As with athletes vying in other sports, golfers must combine natural talent with endless hours of practice to reach the top. In this regard, Anne was extremely fortunate in being supported by members of Seattle's Broadmoor Golf Club, who let her use their practice facility while she attended the nearby Helen Bush School. She spent hours on the practice tee, honing her skills and learning how to "work" the ball left and right. At this time, she changed instructors from Tucker to Chuck Congdon, Tacoma Country & Golf Club's pro. As she pounded ball after ball on the practice range, Broadmoor's members sensed her repeatedly playing an imaginary, memorable shot. Perhaps she was hitting the final shot that would win a U.S. Women's Amateur, the "gold" at the end of American golf's rainbow.

Shooting For New Goals

Anne's goal over the next decade was to become the best woman golfer in the United States and play her way onto the Curtis Cup Team. Unfortunately for the region and the PNGA, this desire for national awards restricted her participation in Northwest events. In 1955 and 1956, she won Washington State Women's Golf Association titles. She was less successful in the PNGA Women's Amateur Championship, reaching the semifinals twice in 1954 and 1955. Throughout the 1960's Anne played in only a few tournaments a year, and these were generally national-caliber events.

Later, while attending Stanford University, Anne's game was elevated to the premier level by the legendary Bud Ward, another Northwest native. She later recalled her first encounter with Ward at Stanford. "Bud's the one who really made it possible for me to finally win. In 1955 I hit a few balls for him. He was a tough character. He said, 'Why are you wasting all this money coming here? All you care about is school and boys.' I got so mad that I was going to prove to him I could do it. When I won the 1958 Women's title, I could hardly wait to see him again.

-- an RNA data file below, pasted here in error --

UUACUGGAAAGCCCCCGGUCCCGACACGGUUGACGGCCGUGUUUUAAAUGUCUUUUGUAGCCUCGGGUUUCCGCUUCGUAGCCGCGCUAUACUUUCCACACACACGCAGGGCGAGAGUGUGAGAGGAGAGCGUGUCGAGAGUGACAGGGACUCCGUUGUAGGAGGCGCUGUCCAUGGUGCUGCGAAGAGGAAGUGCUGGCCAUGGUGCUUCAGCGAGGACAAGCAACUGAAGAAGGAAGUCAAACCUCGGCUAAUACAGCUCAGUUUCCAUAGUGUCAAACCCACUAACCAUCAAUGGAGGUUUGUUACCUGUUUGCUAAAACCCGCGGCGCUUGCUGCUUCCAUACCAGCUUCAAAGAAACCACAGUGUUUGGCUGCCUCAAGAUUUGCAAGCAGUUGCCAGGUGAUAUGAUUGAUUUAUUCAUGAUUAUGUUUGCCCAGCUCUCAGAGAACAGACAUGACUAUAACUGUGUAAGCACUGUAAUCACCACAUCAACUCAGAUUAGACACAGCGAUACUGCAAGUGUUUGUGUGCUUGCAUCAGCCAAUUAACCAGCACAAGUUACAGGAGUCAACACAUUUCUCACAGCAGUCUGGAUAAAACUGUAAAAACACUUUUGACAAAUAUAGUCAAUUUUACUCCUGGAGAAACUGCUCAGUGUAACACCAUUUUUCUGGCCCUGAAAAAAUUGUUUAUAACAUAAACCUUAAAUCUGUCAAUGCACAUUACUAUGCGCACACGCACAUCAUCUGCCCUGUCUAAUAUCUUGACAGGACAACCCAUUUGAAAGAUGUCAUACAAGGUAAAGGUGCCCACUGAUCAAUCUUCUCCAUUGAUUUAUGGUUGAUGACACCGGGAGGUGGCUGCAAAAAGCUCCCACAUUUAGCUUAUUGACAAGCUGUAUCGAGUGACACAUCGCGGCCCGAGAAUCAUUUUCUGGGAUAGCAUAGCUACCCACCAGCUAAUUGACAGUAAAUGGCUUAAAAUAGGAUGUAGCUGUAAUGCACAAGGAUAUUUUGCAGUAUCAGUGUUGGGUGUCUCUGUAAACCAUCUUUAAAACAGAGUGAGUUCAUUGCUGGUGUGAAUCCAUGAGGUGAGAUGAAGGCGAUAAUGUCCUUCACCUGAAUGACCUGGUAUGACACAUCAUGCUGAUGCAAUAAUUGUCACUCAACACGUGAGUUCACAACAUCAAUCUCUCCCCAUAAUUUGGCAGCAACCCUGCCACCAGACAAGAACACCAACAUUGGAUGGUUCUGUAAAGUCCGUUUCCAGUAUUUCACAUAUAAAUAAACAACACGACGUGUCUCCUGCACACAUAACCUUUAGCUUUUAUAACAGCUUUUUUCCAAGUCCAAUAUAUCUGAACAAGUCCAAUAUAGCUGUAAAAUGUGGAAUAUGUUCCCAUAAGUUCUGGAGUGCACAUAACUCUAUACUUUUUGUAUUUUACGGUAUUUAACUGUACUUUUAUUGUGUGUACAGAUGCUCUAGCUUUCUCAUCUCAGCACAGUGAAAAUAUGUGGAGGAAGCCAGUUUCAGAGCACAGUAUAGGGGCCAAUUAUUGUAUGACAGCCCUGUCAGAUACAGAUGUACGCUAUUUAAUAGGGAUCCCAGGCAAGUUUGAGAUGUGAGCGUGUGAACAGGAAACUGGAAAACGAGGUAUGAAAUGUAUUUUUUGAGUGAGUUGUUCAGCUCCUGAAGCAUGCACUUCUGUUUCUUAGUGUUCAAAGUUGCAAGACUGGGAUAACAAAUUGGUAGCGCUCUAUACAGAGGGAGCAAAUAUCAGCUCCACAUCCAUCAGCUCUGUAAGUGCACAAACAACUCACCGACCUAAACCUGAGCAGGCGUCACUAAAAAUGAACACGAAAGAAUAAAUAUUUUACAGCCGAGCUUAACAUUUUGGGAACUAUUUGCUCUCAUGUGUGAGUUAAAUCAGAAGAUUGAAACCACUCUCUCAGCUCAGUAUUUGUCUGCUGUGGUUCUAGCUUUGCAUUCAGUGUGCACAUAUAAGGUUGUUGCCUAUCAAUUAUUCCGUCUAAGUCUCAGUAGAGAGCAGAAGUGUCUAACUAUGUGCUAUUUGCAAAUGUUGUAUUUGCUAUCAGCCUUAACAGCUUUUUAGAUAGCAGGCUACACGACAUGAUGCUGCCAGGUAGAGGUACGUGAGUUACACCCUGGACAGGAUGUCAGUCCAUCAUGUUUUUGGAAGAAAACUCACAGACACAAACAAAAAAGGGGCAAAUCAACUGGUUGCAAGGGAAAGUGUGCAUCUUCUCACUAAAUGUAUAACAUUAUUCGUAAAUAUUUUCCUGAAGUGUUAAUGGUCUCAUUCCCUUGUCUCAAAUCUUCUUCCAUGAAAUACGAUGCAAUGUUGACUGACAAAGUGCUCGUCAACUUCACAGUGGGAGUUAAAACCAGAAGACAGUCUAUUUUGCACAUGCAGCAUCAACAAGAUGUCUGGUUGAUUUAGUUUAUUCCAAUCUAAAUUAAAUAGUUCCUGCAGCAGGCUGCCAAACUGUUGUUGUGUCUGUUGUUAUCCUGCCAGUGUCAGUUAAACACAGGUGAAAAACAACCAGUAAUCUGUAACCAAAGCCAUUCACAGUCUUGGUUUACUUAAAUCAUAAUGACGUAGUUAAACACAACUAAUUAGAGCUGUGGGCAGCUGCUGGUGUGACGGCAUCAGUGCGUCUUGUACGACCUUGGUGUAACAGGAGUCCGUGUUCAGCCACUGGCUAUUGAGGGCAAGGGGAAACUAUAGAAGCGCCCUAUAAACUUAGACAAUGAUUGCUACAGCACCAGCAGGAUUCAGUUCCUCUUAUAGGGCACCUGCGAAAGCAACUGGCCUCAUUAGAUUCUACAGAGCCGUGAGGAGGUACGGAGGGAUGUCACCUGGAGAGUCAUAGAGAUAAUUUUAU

"When I did see him, he immediately retorted, 'That was pretty good. But you know that anyone can win once. That's a nice lady-like swing (you have), but if I set the pins, you'll never break 80,' (because at that time I drew every shot)." Ward was speaking from experience; he'd won U.S. Amateur titles in 1939 and 1941. "My determination wasn't just my own, '' Anne said. "It was also the determination that he instilled in me. Bud quit charging me for lessons once he realized that I really did care."

The Dawning of a Great Rivalry

In 1951 JoAnne Gunderson and Anne Quast began one of the greatest rivalries in the history of women's golf. They met for the first time on a practice fairway before the Washington State Junior Girls' event. "I'll never forget it," Anne told golf writer, Rhonda Glenn. "JoAnne came right up to me and said, 'Whatcha practicing for? Afraid I'm going to beat you?' "

Though friends, the two women were polar opposites. JoAnne was a robust and carefree extrovert whose antics on the course were clownish and carefree. Anne was slight and tightly strung, always attempting to be in control of her emotions. Gunderson was a crowd-pleaser, while her rival was cool and emotionless.

Anne and "Gundy" competed against each other in many events. Quast's first victory over Gunderson came in the 1958 U.S. Women's Amateur. "I had to make a three-foot, downhill putt to win," she recalled. "The ball wasn't in the hole yet, and I swear JoAnne was [already] throwing her arms around me." She later opined that Gunderson's reaction stemmed from a 1955 tournament in which Anne missed five three-foot putts. After the ball went in, Gunderson said, "I knew you would make it." Such spontaneity was typical of the "Great Gundy." She was an intriguing mix, showing generosity to opponents while, at other times, displaying cockiness and arrogance. When Gunderson turned professional in 1970, a great rivalry in American golf ended.